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February 25, 2013
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Indianapolis is one of 17 cities in which the YMCA is rolling out a demonstration project to prevent the spread of Type 2 diabetes among Medicare recipients. The program, developed by YMCA of Central Indiana and researchers at Indiana University, offers a yearlong course in exercise, dieting and individual counseling. The program’s success at preventing diabetes for people at risk has drawn financial support from such health insurers as Minnesota-based UnitedHealthcare, which piloted a 16-week version in Indianapolis three years ago. According to The Wall Street Journal, UnitedHealthcare spends $20,000 on average per year to treat a patient with advanced diabetes, but just $3,700 on average to treat a patient with prediabetes. So the insurer can save money even after paying the YMCA up to $500 per participant to help keep patients from developing full-blown diabetes.

The city of Carmel has finalized a five-year agreement with Indiana University Health to operate an employee health center, which is scheduled to open in May. The health center will be built inside the IU Health Sports Performance Center at 1402 Chase Court off Carmel Drive. It will provide primary health service free of charge to all individuals on the city of Carmel’s health plan including employees, dependents and retirees. A physician, a nurse manager and medical assistant will staff the center, which will be open 25 hours per week.

The Lung Care Group, a six-physician group of pulmonology and sleep specialists, has joined St. Vincent Medical Group, the physician arm of Indianapolis-based hospital system St. Vincent Health. The Lung Care Group, located at 8330 Naab Road, included Dr. Jerome Barnes, Dr. William Byron Jr., Dr. Thomas Holian, Dr. Brandon Perkins, Dr. Mitchell Pfeiffer and Dr. Praveen Vohra.

WellPoint Inc. will raise its quarterly dividend 30 percent. The Indianapolis-based health insurer says it will pay 37.5 cents per share in the first quarter, up from 28.7 cents in the fourth quarter. WellPoint expects to return about $2 billion to shareholders this year through the dividend and share buybacks. The new dividend is payable March 25 to shareholders of record at the close of business March 8.

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  1. Apologies for the wall of text. I promise I had this nicely formatted in paragraphs in Notepad before pasting here.

  2. I believe that is incorrect Sir, the people's tax-dollars are NOT paying for the companies investment. Without the tax-break the company would be paying an ADDITIONAL $11.1 million in taxes ON TOP of their $22.5 Million investment (Building + IT), for a total of $33.6M or a 50% tax rate. Also, the article does not specify what the total taxes were BEFORE the break. Usually such a corporate tax-break is a 'discount' not a 100% wavier of tax obligations. For sake of example lets say the original taxes added up to $30M over 10 years. $12.5M, New Building $10.0M, IT infrastructure $30.0M, Total Taxes (Example Number) == $52.5M ININ's Cost - $1.8M /10 years, Tax Break (Building) - $0.75M /10 years, Tax Break (IT Infrastructure) - $8.6M /2 years, Tax Breaks (against Hiring Commitment: 430 new jobs /2 years) == 11.5M Possible tax breaks. ININ TOTAL COST: $41M Even if you assume a 100% break, change the '30.0M' to '11.5M' and you can see the Company will be paying a minimum of $22.5, out-of-pocket for their capital-investment - NOT the tax-payers. Also note, much of this money is being spent locally in Indiana and it is creating 430 jobs in your city. I admit I'm a little unclear which tax-breaks are allocated to exactly which expenses. Clearly this is all oversimplified but I think we have both made our points! :) Sorry for the long post.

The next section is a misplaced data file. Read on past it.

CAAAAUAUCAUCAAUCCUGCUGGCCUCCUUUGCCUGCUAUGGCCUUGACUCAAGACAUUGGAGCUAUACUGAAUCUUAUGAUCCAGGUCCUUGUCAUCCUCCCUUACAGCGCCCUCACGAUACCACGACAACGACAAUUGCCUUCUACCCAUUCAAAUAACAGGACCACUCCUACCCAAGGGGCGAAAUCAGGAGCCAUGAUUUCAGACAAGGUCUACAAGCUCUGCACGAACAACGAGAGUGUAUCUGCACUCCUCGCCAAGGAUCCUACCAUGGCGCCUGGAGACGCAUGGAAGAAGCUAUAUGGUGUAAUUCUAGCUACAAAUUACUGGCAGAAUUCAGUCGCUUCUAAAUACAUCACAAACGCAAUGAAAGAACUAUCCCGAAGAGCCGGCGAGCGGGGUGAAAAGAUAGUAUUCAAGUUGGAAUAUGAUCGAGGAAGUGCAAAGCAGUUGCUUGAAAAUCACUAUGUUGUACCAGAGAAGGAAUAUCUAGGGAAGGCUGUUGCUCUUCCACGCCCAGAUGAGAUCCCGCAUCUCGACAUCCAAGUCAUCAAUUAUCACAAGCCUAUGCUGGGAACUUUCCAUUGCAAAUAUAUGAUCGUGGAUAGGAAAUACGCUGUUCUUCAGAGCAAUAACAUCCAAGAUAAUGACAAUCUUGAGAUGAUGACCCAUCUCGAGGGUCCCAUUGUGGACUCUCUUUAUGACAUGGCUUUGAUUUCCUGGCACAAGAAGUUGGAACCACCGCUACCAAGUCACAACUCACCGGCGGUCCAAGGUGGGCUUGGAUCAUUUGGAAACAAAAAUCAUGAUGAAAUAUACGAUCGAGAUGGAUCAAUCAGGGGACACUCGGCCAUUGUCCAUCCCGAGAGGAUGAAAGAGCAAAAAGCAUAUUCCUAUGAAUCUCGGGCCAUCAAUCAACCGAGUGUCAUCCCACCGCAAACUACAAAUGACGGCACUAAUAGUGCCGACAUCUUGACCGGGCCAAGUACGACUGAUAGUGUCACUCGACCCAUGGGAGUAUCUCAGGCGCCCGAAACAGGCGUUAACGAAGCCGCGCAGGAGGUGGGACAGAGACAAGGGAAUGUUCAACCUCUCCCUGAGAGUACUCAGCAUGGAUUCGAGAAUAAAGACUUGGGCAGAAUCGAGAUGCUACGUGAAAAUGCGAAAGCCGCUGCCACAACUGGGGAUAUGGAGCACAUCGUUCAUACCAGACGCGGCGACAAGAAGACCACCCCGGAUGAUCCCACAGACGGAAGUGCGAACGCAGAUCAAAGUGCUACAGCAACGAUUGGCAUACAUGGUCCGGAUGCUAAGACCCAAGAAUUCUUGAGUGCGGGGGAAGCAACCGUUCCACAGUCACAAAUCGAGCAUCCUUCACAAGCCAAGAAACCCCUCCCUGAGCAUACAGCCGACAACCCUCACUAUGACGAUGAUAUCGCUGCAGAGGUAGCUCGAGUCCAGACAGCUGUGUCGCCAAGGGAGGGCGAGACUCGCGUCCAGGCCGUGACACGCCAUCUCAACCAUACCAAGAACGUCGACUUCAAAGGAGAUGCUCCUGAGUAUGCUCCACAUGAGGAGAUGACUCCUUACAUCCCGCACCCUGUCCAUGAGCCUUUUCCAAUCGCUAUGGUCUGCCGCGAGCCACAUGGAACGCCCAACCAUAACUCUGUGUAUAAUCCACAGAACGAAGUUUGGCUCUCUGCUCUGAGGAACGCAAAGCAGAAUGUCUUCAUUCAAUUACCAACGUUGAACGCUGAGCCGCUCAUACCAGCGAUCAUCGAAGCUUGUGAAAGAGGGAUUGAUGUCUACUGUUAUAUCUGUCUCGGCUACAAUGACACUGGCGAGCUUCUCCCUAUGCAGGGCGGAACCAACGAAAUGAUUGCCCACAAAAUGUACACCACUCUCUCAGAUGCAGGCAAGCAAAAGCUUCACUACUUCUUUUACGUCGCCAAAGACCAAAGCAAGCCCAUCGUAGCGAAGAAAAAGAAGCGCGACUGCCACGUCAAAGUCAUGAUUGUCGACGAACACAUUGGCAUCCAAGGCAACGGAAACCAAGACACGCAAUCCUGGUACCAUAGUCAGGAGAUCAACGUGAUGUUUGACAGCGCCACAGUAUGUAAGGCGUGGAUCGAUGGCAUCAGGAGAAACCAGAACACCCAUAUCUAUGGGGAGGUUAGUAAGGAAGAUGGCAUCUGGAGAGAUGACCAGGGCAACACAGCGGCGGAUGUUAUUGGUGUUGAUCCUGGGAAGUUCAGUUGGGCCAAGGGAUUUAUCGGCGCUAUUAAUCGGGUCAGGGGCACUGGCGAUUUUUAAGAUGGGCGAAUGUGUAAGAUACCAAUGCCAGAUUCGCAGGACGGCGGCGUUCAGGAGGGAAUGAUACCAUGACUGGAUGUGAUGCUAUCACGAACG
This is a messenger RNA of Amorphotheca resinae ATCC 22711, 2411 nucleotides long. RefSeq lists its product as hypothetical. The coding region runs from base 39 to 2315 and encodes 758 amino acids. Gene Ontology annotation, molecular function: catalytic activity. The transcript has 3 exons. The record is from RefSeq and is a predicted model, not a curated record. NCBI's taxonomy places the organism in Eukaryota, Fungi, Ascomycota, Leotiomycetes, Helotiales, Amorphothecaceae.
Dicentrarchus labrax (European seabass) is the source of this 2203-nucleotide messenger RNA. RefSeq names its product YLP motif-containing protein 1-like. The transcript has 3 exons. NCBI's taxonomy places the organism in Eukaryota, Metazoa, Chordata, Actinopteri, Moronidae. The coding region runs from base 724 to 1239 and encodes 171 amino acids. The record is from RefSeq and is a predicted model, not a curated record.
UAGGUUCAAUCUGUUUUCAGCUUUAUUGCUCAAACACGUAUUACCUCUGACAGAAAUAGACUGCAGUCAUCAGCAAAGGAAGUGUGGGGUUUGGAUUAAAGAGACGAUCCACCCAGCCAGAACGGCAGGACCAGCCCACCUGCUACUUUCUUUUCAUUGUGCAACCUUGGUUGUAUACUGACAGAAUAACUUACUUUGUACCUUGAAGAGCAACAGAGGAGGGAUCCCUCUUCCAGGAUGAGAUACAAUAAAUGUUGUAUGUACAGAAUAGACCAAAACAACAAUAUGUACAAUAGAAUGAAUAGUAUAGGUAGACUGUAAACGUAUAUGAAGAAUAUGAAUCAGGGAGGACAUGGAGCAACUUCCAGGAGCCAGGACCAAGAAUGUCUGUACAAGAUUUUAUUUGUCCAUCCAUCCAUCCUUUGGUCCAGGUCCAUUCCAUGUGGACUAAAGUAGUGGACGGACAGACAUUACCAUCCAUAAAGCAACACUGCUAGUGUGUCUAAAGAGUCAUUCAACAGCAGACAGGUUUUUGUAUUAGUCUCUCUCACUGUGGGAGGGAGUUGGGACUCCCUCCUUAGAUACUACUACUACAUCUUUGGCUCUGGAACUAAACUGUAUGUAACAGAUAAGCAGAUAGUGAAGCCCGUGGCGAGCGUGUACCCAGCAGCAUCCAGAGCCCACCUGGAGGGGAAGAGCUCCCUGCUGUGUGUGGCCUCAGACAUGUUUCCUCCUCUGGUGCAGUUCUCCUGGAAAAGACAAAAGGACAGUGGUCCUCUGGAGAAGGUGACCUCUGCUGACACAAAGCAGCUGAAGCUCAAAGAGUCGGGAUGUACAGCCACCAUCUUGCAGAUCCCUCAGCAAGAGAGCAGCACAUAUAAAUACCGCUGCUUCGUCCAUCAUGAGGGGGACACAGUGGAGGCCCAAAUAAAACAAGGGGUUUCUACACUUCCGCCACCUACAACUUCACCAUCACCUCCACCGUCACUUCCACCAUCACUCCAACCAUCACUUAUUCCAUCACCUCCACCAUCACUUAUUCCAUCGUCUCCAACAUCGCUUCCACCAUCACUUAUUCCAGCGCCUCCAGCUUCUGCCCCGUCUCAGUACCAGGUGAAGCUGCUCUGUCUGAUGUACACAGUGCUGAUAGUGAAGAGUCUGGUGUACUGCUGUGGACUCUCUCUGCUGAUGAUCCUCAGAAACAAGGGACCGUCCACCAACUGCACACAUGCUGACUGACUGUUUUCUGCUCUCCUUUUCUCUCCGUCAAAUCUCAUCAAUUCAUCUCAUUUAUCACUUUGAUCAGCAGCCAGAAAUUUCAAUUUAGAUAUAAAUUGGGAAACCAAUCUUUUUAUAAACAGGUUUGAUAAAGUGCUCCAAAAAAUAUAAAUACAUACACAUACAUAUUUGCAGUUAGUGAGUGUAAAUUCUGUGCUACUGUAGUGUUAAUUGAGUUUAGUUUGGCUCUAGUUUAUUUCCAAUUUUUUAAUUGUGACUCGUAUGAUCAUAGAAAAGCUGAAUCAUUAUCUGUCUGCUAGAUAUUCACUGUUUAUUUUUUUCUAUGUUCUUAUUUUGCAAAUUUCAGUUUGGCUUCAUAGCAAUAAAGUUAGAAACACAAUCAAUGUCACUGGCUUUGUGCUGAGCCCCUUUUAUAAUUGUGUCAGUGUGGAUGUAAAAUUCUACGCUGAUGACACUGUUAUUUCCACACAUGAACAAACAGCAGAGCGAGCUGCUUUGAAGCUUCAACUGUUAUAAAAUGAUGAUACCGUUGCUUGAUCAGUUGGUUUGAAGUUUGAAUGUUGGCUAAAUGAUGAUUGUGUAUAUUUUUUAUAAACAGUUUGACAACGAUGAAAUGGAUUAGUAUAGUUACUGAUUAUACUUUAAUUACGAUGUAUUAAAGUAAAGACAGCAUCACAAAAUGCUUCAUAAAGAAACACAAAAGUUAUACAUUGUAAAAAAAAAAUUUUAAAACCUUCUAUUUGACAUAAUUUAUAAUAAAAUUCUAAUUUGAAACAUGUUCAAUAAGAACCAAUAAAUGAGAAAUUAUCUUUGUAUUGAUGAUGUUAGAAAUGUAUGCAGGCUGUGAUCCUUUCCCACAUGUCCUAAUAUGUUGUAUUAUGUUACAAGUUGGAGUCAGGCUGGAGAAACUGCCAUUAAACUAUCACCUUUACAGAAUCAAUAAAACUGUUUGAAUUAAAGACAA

3. Clearly, there is a lack of a basic understanding of economics. It is not up to the company to decide what to pay its workers. If companies were able to decide how much to pay their workers then why wouldn't they pay everyone minimum wage? Why choose to pay $10 or $14 when they could pay $7? The answer is that companies DO NOT decide how much to pay workers. It is the market that dictates what a worker is worth and how much they should get paid. If Lowe's chooses to pay a call center worker $7 an hour it will not be able to hire anyone for the job, because all those people will work for someone else paying the market rate of $10-$14 an hour. This forces Lowes to pay its workers that much. Not because it wants to pay them that much out of the goodness of their heart, but because it has to pay them that much in order to stay competitive and attract good workers.

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  5. It is sad to see these races not have a full attendance. The Indy Car races are so much more exciting than Nascar. It seems to me the commenters here are still a little upset with Tony George from a move he made 20 years ago. It was his decision to make, not yours. He lost his position over it. But I believe the problem in all pro sports is the escalating price of admission. In todays economy, people have to pay much more for food and gas. The average fan cannot attend many events anymore. It's gotten priced out of most peoples budgets.

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